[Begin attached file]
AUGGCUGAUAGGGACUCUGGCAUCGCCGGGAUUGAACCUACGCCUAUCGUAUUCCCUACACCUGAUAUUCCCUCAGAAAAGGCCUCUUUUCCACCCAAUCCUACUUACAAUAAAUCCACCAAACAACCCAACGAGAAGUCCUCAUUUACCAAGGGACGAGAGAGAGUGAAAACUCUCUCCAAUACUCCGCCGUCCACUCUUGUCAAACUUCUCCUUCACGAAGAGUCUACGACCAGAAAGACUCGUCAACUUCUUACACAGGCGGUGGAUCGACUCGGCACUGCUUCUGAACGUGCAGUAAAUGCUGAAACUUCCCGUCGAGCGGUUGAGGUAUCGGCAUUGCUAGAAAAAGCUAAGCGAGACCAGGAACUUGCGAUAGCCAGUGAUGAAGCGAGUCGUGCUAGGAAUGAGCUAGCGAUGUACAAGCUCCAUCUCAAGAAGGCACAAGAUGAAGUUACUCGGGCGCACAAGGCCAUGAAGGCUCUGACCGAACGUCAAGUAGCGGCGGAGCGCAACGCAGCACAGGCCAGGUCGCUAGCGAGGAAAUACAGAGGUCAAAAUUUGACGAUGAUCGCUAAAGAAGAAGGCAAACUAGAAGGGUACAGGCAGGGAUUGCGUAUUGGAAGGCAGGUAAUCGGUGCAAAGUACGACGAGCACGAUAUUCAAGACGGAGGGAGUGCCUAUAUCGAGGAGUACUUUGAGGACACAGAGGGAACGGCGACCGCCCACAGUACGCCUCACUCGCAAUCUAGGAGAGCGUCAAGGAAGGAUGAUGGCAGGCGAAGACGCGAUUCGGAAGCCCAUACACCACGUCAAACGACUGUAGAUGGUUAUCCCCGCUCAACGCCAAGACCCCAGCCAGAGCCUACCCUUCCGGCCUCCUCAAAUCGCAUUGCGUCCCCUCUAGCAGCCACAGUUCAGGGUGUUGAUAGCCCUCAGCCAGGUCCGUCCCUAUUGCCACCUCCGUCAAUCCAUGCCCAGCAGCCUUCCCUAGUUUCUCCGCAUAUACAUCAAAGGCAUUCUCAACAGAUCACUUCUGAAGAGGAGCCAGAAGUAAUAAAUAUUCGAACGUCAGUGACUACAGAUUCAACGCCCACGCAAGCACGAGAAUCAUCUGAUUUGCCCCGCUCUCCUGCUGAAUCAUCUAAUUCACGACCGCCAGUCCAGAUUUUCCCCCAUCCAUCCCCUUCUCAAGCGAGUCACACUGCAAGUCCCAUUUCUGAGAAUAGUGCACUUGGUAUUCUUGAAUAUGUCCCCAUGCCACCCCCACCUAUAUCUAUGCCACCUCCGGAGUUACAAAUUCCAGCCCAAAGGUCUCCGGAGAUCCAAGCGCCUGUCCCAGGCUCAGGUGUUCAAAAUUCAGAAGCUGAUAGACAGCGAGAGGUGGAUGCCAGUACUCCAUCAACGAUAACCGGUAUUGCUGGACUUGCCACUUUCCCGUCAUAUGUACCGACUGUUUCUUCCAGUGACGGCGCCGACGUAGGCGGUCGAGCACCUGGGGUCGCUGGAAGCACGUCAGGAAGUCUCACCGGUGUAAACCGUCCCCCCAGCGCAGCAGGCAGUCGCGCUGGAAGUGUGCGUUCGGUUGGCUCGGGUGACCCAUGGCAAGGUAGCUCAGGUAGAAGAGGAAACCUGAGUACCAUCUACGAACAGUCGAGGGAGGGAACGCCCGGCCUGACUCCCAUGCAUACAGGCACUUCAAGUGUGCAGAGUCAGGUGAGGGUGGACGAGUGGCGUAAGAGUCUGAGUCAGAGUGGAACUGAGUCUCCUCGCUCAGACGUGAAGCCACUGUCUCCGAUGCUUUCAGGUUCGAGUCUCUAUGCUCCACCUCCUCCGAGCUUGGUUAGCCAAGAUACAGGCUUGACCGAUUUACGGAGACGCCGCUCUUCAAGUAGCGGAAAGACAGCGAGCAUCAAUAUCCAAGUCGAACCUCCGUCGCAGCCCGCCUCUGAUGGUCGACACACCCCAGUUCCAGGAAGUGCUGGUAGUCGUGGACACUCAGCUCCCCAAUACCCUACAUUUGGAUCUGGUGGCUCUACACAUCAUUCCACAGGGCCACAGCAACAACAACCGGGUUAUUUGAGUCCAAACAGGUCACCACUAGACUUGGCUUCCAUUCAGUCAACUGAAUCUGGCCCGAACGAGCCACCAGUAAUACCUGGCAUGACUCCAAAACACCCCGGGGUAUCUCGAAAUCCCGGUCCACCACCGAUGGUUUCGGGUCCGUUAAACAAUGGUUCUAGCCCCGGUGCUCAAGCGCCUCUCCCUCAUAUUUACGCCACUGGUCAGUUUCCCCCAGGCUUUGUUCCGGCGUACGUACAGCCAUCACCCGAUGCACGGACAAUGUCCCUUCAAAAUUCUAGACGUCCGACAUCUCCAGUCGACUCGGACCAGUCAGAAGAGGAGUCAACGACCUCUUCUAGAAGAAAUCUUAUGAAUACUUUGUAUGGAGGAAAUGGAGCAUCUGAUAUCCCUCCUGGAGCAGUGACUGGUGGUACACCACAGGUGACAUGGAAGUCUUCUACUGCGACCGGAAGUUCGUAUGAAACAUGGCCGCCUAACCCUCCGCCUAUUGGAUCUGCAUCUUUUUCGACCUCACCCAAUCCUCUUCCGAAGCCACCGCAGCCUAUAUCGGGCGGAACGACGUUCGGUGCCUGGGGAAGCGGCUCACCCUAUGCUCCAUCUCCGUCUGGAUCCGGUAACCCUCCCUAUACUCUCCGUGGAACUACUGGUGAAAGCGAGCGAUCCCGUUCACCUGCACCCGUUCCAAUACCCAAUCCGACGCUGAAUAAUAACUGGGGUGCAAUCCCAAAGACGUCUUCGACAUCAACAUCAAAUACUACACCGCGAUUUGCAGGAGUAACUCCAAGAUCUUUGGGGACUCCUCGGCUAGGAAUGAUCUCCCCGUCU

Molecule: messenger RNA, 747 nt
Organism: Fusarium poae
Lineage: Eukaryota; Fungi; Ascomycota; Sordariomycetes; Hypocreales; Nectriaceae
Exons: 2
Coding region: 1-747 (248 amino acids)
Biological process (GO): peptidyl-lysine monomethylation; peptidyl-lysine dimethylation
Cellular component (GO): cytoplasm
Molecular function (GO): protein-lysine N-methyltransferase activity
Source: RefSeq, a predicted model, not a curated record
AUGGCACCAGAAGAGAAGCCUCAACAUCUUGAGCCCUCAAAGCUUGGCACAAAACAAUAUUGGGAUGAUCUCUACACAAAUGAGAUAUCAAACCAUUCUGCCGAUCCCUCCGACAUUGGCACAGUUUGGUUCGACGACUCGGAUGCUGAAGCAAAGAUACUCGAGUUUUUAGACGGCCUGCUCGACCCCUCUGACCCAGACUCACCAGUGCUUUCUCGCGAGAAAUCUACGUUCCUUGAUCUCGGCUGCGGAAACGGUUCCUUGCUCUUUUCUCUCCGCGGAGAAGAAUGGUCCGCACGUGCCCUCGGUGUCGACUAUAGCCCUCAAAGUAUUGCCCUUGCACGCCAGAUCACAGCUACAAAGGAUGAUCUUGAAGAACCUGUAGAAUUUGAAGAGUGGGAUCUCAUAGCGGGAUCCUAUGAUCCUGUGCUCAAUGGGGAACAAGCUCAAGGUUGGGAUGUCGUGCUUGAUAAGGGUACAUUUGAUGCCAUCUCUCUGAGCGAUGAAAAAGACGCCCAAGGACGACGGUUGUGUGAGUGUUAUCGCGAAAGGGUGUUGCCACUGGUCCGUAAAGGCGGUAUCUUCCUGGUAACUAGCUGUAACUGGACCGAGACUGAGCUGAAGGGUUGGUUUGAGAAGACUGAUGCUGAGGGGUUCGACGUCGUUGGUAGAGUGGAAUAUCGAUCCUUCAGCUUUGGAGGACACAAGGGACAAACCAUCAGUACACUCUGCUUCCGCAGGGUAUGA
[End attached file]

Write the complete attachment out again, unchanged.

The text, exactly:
AUGGCUGAUAGGGACUCUGGCAUCGCCGGGAUUGAACCUACGCCUAUCGUAUUCCCUACACCUGAUAUUCCCUCAGAAAAGGCCUCUUUUCCACCCAAUCCUACUUACAAUAAAUCCACCAAACAACCCAACGAGAAGUCCUCAUUUACCAAGGGACGAGAGAGAGUGAAAACUCUCUCCAAUACUCCGCCGUCCACUCUUGUCAAACUUCUCCUUCACGAAGAGUCUACGACCAGAAAGACUCGUCAACUUCUUACACAGGCGGUGGAUCGACUCGGCACUGCUUCUGAACGUGCAGUAAAUGCUGAAACUUCCCGUCGAGCGGUUGAGGUAUCGGCAUUGCUAGAAAAAGCUAAGCGAGACCAGGAACUUGCGAUAGCCAGUGAUGAAGCGAGUCGUGCUAGGAAUGAGCUAGCGAUGUACAAGCUCCAUCUCAAGAAGGCACAAGAUGAAGUUACUCGGGCGCACAAGGCCAUGAAGGCUCUGACCGAACGUCAAGUAGCGGCGGAGCGCAACGCAGCACAGGCCAGGUCGCUAGCGAGGAAAUACAGAGGUCAAAAUUUGACGAUGAUCGCUAAAGAAGAAGGCAAACUAGAAGGGUACAGGCAGGGAUUGCGUAUUGGAAGGCAGGUAAUCGGUGCAAAGUACGACGAGCACGAUAUUCAAGACGGAGGGAGUGCCUAUAUCGAGGAGUACUUUGAGGACACAGAGGGAACGGCGACCGCCCACAGUACGCCUCACUCGCAAUCUAGGAGAGCGUCAAGGAAGGAUGAUGGCAGGCGAAGACGCGAUUCGGAAGCCCAUACACCACGUCAAACGACUGUAGAUGGUUAUCCCCGCUCAACGCCAAGACCCCAGCCAGAGCCUACCCUUCCGGCCUCCUCAAAUCGCAUUGCGUCCCCUCUAGCAGCCACAGUUCAGGGUGUUGAUAGCCCUCAGCCAGGUCCGUCCCUAUUGCCACCUCCGUCAAUCCAUGCCCAGCAGCCUUCCCUAGUUUCUCCGCAUAUACAUCAAAGGCAUUCUCAACAGAUCACUUCUGAAGAGGAGCCAGAAGUAAUAAAUAUUCGAACGUCAGUGACUACAGAUUCAACGCCCACGCAAGCACGAGAAUCAUCUGAUUUGCCCCGCUCUCCUGCUGAAUCAUCUAAUUCACGACCGCCAGUCCAGAUUUUCCCCCAUCCAUCCCCUUCUCAAGCGAGUCACACUGCAAGUCCCAUUUCUGAGAAUAGUGCACUUGGUAUUCUUGAAUAUGUCCCCAUGCCACCCCCACCUAUAUCUAUGCCACCUCCGGAGUUACAAAUUCCAGCCCAAAGGUCUCCGGAGAUCCAAGCGCCUGUCCCAGGCUCAGGUGUUCAAAAUUCAGAAGCUGAUAGACAGCGAGAGGUGGAUGCCAGUACUCCAUCAACGAUAACCGGUAUUGCUGGACUUGCCACUUUCCCGUCAUAUGUACCGACUGUUUCUUCCAGUGACGGCGCCGACGUAGGCGGUCGAGCACCUGGGGUCGCUGGAAGCACGUCAGGAAGUCUCACCGGUGUAAACCGUCCCCCCAGCGCAGCAGGCAGUCGCGCUGGAAGUGUGCGUUCGGUUGGCUCGGGUGACCCAUGGCAAGGUAGCUCAGGUAGAAGAGGAAACCUGAGUACCAUCUACGAACAGUCGAGGGAGGGAACGCCCGGCCUGACUCCCAUGCAUACAGGCACUUCAAGUGUGCAGAGUCAGGUGAGGGUGGACGAGUGGCGUAAGAGUCUGAGUCAGAGUGGAACUGAGUCUCCUCGCUCAGACGUGAAGCCACUGUCUCCGAUGCUUUCAGGUUCGAGUCUCUAUGCUCCACCUCCUCCGAGCUUGGUUAGCCAAGAUACAGGCUUGACCGAUUUACGGAGACGCCGCUCUUCAAGUAGCGGAAAGACAGCGAGCAUCAAUAUCCAAGUCGAACCUCCGUCGCAGCCCGCCUCUGAUGGUCGACACACCCCAGUUCCAGGAAGUGCUGGUAGUCGUGGACACUCAGCUCCCCAAUACCCUACAUUUGGAUCUGGUGGCUCUACACAUCAUUCCACAGGGCCACAGCAACAACAACCGGGUUAUUUGAGUCCAAACAGGUCACCACUAGACUUGGCUUCCAUUCAGUCAACUGAAUCUGGCCCGAACGAGCCACCAGUAAUACCUGGCAUGACUCCAAAACACCCCGGGGUAUCUCGAAAUCCCGGUCCACCACCGAUGGUUUCGGGUCCGUUAAACAAUGGUUCUAGCCCCGGUGCUCAAGCGCCUCUCCCUCAUAUUUACGCCACUGGUCAGUUUCCCCCAGGCUUUGUUCCGGCGUACGUACAGCCAUCACCCGAUGCACGGACAAUGUCCCUUCAAAAUUCUAGACGUCCGACAUCUCCAGUCGACUCGGACCAGUCAGAAGAGGAGUCAACGACCUCUUCUAGAAGAAAUCUUAUGAAUACUUUGUAUGGAGGAAAUGGAGCAUCUGAUAUCCCUCCUGGAGCAGUGACUGGUGGUACACCACAGGUGACAUGGAAGUCUUCUACUGCGACCGGAAGUUCGUAUGAAACAUGGCCGCCUAACCCUCCGCCUAUUGGAUCUGCAUCUUUUUCGACCUCACCCAAUCCUCUUCCGAAGCCACCGCAGCCUAUAUCGGGCGGAACGACGUUCGGUGCCUGGGGAAGCGGCUCACCCUAUGCUCCAUCUCCGUCUGGAUCCGGUAACCCUCCCUAUACUCUCCGUGGAACUACUGGUGAAAGCGAGCGAUCCCGUUCACCUGCACCCGUUCCAAUACCCAAUCCGACGCUGAAUAAUAACUGGGGUGCAAUCCCAAAGACGUCUUCGACAUCAACAUCAAAUACUACACCGCGAUUUGCAGGAGUAACUCCAAGAUCUUUGGGGACUCCUCGGCUAGGAAUGAUCUCCCCGUCU

Molecule: messenger RNA, 747 nt
Organism: Fusarium poae
Lineage: Eukaryota; Fungi; Ascomycota; Sordariomycetes; Hypocreales; Nectriaceae
Exons: 2
Coding region: 1-747 (248 amino acids)
Biological process (GO): peptidyl-lysine monomethylation; peptidyl-lysine dimethylation
Cellular component (GO): cytoplasm
Molecular function (GO): protein-lysine N-methyltransferase activity
Source: RefSeq, a predicted model, not a curated record
AUGGCACCAGAAGAGAAGCCUCAACAUCUUGAGCCCUCAAAGCUUGGCACAAAACAAUAUUGGGAUGAUCUCUACACAAAUGAGAUAUCAAACCAUUCUGCCGAUCCCUCCGACAUUGGCACAGUUUGGUUCGACGACUCGGAUGCUGAAGCAAAGAUACUCGAGUUUUUAGACGGCCUGCUCGACCCCUCUGACCCAGACUCACCAGUGCUUUCUCGCGAGAAAUCUACGUUCCUUGAUCUCGGCUGCGGAAACGGUUCCUUGCUCUUUUCUCUCCGCGGAGAAGAAUGGUCCGCACGUGCCCUCGGUGUCGACUAUAGCCCUCAAAGUAUUGCCCUUGCACGCCAGAUCACAGCUACAAAGGAUGAUCUUGAAGAACCUGUAGAAUUUGAAGAGUGGGAUCUCAUAGCGGGAUCCUAUGAUCCUGUGCUCAAUGGGGAACAAGCUCAAGGUUGGGAUGUCGUGCUUGAUAAGGGUACAUUUGAUGCCAUCUCUCUGAGCGAUGAAAAAGACGCCCAAGGACGACGGUUGUGUGAGUGUUAUCGCGAAAGGGUGUUGCCACUGGUCCGUAAAGGCGGUAUCUUCCUGGUAACUAGCUGUAACUGGACCGAGACUGAGCUGAAGGGUUGGUUUGAGAAGACUGAUGCUGAGGGGUUCGACGUCGUUGGUAGAGUGGAAUAUCGAUCCUUCAGCUUUGGAGGACACAAGGGACAAACCAUCAGUACACUCUGCUUCCGCAGGGUAUGA